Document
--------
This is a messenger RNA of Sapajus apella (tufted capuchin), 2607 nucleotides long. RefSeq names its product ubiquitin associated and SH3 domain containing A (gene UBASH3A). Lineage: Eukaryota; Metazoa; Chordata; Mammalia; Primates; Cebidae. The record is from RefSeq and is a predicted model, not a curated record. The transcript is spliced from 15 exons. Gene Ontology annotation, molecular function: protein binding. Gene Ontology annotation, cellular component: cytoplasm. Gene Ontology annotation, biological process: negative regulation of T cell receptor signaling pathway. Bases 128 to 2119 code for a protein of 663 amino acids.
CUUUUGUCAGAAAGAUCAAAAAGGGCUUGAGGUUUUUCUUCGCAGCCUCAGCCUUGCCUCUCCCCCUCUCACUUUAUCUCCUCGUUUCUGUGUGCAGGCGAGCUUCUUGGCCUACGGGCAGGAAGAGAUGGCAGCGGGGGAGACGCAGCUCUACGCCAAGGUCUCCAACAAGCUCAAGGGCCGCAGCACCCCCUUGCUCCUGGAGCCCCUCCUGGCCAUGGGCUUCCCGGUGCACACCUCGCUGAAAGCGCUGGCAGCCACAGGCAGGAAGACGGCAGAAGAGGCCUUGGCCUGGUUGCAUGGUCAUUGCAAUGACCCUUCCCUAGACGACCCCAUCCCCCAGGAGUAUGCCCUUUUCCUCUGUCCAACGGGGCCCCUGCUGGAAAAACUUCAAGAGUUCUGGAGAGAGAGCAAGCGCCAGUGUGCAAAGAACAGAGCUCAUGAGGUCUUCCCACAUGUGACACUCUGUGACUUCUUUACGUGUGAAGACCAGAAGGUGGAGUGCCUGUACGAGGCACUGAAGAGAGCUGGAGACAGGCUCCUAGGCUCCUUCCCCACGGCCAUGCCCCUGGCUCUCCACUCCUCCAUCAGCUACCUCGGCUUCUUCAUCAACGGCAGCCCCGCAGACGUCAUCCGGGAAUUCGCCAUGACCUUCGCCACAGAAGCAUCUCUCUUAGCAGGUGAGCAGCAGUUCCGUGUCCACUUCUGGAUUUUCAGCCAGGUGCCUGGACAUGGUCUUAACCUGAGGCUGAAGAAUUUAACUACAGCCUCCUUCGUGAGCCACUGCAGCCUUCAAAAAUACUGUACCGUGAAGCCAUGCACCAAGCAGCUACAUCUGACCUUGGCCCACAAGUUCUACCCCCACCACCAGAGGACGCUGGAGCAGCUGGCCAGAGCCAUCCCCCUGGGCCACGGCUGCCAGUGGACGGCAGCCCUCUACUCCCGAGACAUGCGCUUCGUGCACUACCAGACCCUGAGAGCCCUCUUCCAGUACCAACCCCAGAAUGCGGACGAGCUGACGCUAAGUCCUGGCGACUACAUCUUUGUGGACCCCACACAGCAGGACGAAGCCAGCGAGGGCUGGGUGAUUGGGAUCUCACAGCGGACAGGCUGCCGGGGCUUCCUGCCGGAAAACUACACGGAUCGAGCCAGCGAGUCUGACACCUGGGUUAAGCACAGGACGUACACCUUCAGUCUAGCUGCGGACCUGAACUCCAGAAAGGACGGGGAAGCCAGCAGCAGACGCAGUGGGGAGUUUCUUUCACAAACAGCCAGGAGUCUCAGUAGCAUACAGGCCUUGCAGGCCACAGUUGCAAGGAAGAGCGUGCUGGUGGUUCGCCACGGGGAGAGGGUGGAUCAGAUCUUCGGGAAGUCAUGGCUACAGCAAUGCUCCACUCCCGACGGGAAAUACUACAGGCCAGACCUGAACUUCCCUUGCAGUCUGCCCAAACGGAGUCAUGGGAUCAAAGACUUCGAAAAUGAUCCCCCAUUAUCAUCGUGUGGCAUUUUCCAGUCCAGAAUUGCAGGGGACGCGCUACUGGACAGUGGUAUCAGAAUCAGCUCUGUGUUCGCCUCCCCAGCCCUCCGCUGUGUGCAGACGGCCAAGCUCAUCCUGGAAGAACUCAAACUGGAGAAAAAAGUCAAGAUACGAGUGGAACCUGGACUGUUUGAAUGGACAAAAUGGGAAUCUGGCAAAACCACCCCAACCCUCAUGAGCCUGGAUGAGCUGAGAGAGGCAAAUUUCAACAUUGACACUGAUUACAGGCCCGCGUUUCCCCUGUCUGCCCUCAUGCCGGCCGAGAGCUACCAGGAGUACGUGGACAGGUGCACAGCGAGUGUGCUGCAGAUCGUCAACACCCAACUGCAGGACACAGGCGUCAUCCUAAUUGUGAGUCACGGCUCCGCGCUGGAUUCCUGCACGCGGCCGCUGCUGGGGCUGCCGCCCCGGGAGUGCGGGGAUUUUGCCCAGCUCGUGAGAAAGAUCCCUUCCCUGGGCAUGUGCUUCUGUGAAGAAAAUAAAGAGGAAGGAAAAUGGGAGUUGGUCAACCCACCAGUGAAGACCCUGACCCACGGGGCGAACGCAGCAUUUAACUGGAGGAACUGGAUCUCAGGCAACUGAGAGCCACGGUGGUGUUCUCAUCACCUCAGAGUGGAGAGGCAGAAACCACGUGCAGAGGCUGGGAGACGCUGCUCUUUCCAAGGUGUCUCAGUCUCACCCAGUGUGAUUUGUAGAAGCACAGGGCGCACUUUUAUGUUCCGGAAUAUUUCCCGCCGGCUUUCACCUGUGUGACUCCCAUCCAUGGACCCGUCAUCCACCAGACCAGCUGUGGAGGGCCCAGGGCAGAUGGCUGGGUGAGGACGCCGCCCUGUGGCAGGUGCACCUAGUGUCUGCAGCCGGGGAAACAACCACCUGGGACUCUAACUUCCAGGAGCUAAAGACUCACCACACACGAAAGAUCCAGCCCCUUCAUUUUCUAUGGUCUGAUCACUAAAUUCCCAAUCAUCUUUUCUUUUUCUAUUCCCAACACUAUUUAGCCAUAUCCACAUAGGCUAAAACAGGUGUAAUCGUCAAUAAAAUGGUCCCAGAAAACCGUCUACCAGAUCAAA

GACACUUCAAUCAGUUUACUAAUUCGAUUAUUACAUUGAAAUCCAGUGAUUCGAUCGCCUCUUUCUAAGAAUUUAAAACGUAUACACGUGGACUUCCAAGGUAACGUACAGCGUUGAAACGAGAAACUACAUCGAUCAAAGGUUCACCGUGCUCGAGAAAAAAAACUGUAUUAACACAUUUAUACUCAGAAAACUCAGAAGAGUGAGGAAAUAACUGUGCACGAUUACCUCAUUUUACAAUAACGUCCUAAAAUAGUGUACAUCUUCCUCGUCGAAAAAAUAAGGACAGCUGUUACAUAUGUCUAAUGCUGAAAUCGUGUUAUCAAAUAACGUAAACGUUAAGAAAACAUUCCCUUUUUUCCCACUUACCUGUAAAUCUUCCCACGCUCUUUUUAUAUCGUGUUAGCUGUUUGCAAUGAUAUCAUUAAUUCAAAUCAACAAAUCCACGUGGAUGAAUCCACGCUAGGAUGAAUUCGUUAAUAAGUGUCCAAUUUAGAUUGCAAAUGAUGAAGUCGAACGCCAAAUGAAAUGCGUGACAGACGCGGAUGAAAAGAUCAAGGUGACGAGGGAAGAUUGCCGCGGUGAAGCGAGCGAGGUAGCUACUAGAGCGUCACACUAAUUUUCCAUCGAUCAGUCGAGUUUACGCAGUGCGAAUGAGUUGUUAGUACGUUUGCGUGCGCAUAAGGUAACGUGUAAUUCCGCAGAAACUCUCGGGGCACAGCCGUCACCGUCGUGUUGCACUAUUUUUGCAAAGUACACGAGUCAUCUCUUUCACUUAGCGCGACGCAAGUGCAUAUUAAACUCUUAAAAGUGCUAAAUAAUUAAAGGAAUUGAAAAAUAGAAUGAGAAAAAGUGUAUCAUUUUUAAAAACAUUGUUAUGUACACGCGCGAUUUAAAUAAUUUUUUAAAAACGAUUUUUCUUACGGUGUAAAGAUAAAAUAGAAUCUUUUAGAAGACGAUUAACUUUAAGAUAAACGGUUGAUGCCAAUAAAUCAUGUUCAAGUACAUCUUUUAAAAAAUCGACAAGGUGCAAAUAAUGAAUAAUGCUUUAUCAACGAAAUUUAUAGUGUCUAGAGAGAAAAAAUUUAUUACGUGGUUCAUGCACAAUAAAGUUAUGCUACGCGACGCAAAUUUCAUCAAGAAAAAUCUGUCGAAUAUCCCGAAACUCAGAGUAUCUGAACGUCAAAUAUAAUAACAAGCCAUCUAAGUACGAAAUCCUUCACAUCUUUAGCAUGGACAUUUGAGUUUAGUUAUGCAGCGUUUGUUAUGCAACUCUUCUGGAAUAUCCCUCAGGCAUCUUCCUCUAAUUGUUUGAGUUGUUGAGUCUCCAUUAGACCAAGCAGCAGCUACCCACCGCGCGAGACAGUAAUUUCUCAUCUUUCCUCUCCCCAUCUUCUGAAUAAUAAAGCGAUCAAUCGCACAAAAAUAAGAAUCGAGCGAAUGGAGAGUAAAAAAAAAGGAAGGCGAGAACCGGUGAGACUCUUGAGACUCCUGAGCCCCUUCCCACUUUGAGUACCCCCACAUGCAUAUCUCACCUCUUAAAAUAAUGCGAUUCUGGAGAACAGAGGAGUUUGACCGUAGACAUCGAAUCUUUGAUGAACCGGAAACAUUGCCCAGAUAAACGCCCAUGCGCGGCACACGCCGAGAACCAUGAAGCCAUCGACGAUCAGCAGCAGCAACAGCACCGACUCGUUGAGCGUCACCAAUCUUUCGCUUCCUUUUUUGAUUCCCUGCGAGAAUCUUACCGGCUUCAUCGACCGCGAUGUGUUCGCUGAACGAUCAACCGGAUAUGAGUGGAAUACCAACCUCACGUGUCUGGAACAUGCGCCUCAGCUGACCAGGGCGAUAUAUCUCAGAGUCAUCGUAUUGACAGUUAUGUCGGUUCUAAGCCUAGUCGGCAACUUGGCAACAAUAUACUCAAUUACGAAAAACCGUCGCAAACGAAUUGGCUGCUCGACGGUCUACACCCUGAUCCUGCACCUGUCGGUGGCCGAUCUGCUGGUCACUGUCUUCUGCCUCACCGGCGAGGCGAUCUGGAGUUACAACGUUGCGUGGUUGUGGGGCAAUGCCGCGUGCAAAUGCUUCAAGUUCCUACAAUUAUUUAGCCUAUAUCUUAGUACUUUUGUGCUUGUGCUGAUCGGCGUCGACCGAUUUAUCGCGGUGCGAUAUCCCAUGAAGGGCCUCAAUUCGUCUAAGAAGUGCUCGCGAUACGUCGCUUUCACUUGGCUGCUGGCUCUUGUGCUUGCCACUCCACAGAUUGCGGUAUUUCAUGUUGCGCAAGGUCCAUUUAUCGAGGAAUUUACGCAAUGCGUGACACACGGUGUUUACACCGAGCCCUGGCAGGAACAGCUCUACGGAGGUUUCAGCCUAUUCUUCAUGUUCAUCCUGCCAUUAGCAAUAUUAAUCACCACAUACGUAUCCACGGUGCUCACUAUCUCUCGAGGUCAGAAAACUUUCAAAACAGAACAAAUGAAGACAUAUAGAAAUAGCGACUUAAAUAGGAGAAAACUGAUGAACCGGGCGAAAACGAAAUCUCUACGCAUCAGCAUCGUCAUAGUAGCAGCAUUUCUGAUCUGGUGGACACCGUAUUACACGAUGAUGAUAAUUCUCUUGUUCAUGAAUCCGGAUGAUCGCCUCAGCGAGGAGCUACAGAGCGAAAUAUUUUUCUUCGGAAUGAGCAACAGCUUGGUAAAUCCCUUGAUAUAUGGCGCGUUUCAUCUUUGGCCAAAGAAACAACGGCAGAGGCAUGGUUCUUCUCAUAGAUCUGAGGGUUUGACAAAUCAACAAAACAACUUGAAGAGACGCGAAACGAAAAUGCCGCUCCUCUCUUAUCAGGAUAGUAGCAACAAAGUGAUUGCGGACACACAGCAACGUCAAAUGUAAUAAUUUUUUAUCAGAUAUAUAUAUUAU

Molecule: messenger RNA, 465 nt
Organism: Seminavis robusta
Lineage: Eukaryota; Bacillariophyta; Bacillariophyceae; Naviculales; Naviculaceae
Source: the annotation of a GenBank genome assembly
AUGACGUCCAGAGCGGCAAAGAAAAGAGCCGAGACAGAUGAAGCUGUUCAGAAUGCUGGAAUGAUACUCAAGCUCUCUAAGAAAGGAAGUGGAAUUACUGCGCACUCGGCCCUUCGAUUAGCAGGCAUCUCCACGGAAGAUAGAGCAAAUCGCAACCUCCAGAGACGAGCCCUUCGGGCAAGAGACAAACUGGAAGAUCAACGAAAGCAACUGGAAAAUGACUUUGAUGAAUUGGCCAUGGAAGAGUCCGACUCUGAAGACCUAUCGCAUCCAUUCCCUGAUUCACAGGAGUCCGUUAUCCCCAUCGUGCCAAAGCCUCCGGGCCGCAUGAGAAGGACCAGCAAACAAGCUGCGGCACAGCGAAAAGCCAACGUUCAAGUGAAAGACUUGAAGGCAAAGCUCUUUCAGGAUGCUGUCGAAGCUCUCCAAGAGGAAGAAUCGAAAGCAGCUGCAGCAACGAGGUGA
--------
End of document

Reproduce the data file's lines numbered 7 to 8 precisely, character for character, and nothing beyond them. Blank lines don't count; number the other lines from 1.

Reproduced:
Source: the annotation of a GenBank genome assembly
AUGACGUCCAGAGCGGCAAAGAAAAGAGCCGAGACAGAUGAAGCUGUUCAGAAUGCUGGAAUGAUACUCAAGCUCUCUAAGAAAGGAAGUGGAAUUACUGCGCACUCGGCCCUUCGAUUAGCAGGCAUCUCCACGGAAGAUAGAGCAAAUCGCAACCUCCAGAGACGAGCCCUUCGGGCAAGAGACAAACUGGAAGAUCAACGAAAGCAACUGGAAAAUGACUUUGAUGAAUUGGCCAUGGAAGAGUCCGACUCUGAAGACCUAUCGCAUCCAUUCCCUGAUUCACAGGAGUCCGUUAUCCCCAUCGUGCCAAAGCCUCCGGGCCGCAUGAGAAGGACCAGCAAACAAGCUGCGGCACAGCGAAAAGCCAACGUUCAAGUGAAAGACUUGAAGGCAAAGCUCUUUCAGGAUGCUGUCGAAGCUCUCCAAGAGGAAGAAUCGAAAGCAGCUGCAGCAACGAGGUGA